Biomolecules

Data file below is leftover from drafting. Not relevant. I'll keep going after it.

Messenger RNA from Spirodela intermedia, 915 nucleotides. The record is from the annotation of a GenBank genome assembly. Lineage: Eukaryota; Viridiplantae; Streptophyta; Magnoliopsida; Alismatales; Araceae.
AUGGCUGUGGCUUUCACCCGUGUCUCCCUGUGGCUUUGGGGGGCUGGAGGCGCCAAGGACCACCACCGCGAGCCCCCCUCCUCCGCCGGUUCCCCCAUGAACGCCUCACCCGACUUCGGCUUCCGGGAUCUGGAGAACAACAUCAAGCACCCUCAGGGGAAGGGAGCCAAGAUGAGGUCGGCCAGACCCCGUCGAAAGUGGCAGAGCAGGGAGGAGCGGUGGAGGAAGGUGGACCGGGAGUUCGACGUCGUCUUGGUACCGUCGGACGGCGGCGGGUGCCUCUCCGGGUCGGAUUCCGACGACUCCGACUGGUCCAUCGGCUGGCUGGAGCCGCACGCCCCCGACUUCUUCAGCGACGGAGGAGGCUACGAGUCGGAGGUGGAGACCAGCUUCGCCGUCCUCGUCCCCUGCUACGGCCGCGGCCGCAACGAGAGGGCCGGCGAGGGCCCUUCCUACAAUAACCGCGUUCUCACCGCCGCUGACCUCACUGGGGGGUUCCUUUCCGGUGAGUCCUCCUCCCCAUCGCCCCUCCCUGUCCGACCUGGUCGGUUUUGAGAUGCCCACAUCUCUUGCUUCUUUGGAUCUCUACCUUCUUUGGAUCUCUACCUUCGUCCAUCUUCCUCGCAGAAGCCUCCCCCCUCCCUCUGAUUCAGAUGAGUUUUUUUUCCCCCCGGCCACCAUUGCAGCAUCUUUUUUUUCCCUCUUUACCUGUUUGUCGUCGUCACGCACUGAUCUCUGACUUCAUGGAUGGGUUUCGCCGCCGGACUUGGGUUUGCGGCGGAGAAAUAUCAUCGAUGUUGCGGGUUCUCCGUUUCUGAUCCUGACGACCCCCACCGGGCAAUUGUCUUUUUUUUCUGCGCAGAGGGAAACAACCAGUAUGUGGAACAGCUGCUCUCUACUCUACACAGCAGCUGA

While substantial progress has been made in the development of CPL active materials with different chiral templates, the development of probes using nucleic acids or related biostructures has remained unexplored to large extend. Biomolecules such as DNA and RNA owing to their well-defined molecular backbone has the advantage of having functional groups placed at a defined space and distance. This enables ordered arrangement of guest molecules at specified locations on the scaffold resulting in a distinct helical organization of the luminophores. The helical assembly gives rise to reproducible chiral luminescence due to the robustness of the template. Nakamura et al. (2016) demonstrated that the pyrene fluorophores when assembled helically like a zipper along the RNA duplex resulted in strong excimer fluorescence as well as CPL. The chiral emission exhibited a dissymmetric factor around 3.5 × 10−2 in a dilute aqueous solution (Nakamura et al., 2016). They further extended their investigations to DNA duplexes possessing varying number of pyrenes modified non-nucleosidic linkers wherein CPL emission was observed from the pyrene excimers (Nakamura et al., 2018). In an interesting investigation, Jiang Q. et al. (2019) demonstrated the development of a new class of CPL-active biomaterials using achiral carbazole-based biscyanine fluorophores assembled on chiral DNA scaffold (Figure 2B). Electrostatic attraction drives the binding of achiral cyanine molecules to the minor groove of DNA leading to chirality transfer from the DNA molecules to the cyanine dyes. This resulted in a remarkably high CPL emission from the dye molecules which could be regulated by varying the structure of the template (Jiang Q. et al., 2019). Further, Chen et al. (2019) demonstrated CPL activity in achiral ThT dyes through the interaction with human telomeric G-quadruplex. Statistical analysis of different DNA sequences and structures revealed that right- and left-handed CPL are induced on the parallel and antiparallel G4 structure, respectively (Chen et al., 2019). Hence, the exploration of biocompatible templates for CPL emission is emerging as an attractive area of research due to the vast potential of these materials as biosensing and bioimaging platforms.